Digging going solo

Ottawa area contractor starts up new business
Andrew Snook
September 18, 2019
By
Steve Lafontaine
Steve Lafontaine
Steve Lafontaine has always wanted to start up his own business. Even in his childhood, he dreamt of the day he would own some big iron.

“It’s something I had in mind for the last 20 years,” Lafontaine says over breakfast at a diner in Kanata, a suburb west of Ottawa. “Even when I was a kid, I wanted my own equipment.”

Lafontaine has been around heavy equipment since working for his father during summer vacations at the age of 12. By the time he was 14, Lafontaine was working with his father at a heavy equipment repair shop in the Maniwaki, Que. area, close to where he grew up; and his uncle was active in the forestry sector.

“I have an uncle with a logging truck, and any chance I got, I was in the truck up in the bush with him,” he recalls.

Lafontaine left school when he was 17 so he could work full-time at a Canadian Tire parts department, until an opportunity came up to get into the forestry sector.

“My dad knew someone that needed a log loader [operator], so I worked the night shift,” Lafontaine says.

Shortly afterwards, he got his AZ truck license so he could haul sand and gravel for the logging roads. Lafontaine worked there until a friend offered him an opportunity to cover him temporarily at his job hauling logs in northern Ontario.

“He needed two weeks to go and see family so I drove 12 hours to cover for him,” Lafontaine recalls. “The company needed another log loader operator, so a couple of weeks turned into four years.”

After four years working in the forestry sector, Lafontaine wanted to try his hand in the construction sector so he moved to Ottawa and started working as an equipment operator for a local contractor, operating excavators, backhoes and dozers. He eventually became a foreman in addition to being an operator and worked there for 10 years.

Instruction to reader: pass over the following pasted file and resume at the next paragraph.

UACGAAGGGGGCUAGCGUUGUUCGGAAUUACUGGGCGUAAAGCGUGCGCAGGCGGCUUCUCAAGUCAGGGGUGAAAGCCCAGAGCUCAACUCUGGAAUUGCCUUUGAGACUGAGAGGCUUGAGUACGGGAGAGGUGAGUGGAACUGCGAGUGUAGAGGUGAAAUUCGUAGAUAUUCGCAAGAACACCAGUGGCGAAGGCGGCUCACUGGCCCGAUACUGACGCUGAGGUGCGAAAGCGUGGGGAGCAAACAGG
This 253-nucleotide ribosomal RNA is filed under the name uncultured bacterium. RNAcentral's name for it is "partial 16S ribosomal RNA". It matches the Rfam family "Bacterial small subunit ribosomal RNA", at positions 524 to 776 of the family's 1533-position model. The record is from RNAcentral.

“I used to come in the morning and get all of the grade and survey equipment ready for the guys, operate all day, then do the paperwork at home,” he says.

From foreman on one job, he grew to overseeing multiple jobs at once, in addition to continuing to operate equipment. After a short stint with another contractor that didn’t work out the way he had planned, Lafontaine worked on the Ottawa LRT project as the general superintendent for three years. After that project was finished, the company asked Lafontaine to relocate to either Toronto or Montreal. Uninterested in a move, he decided to go to work for Ledcor, locally, as a project superintendent for infrastructure work.

“I was there from August to May, and that March was when I decided to start my own business,” he recalls. “As a superintendent, I didn’t have the same satisfaction from getting the job done. When you build a nice wall or a nice ditch, you get that [satisfaction]. Every time I would sit on a piece of equipment, I’d remember how much I missed that.”

Making the leap
While living in Ottawa, Lafontaine was finally convinced to take the leap into entrepreneurship by his girlfriend, Cynthia.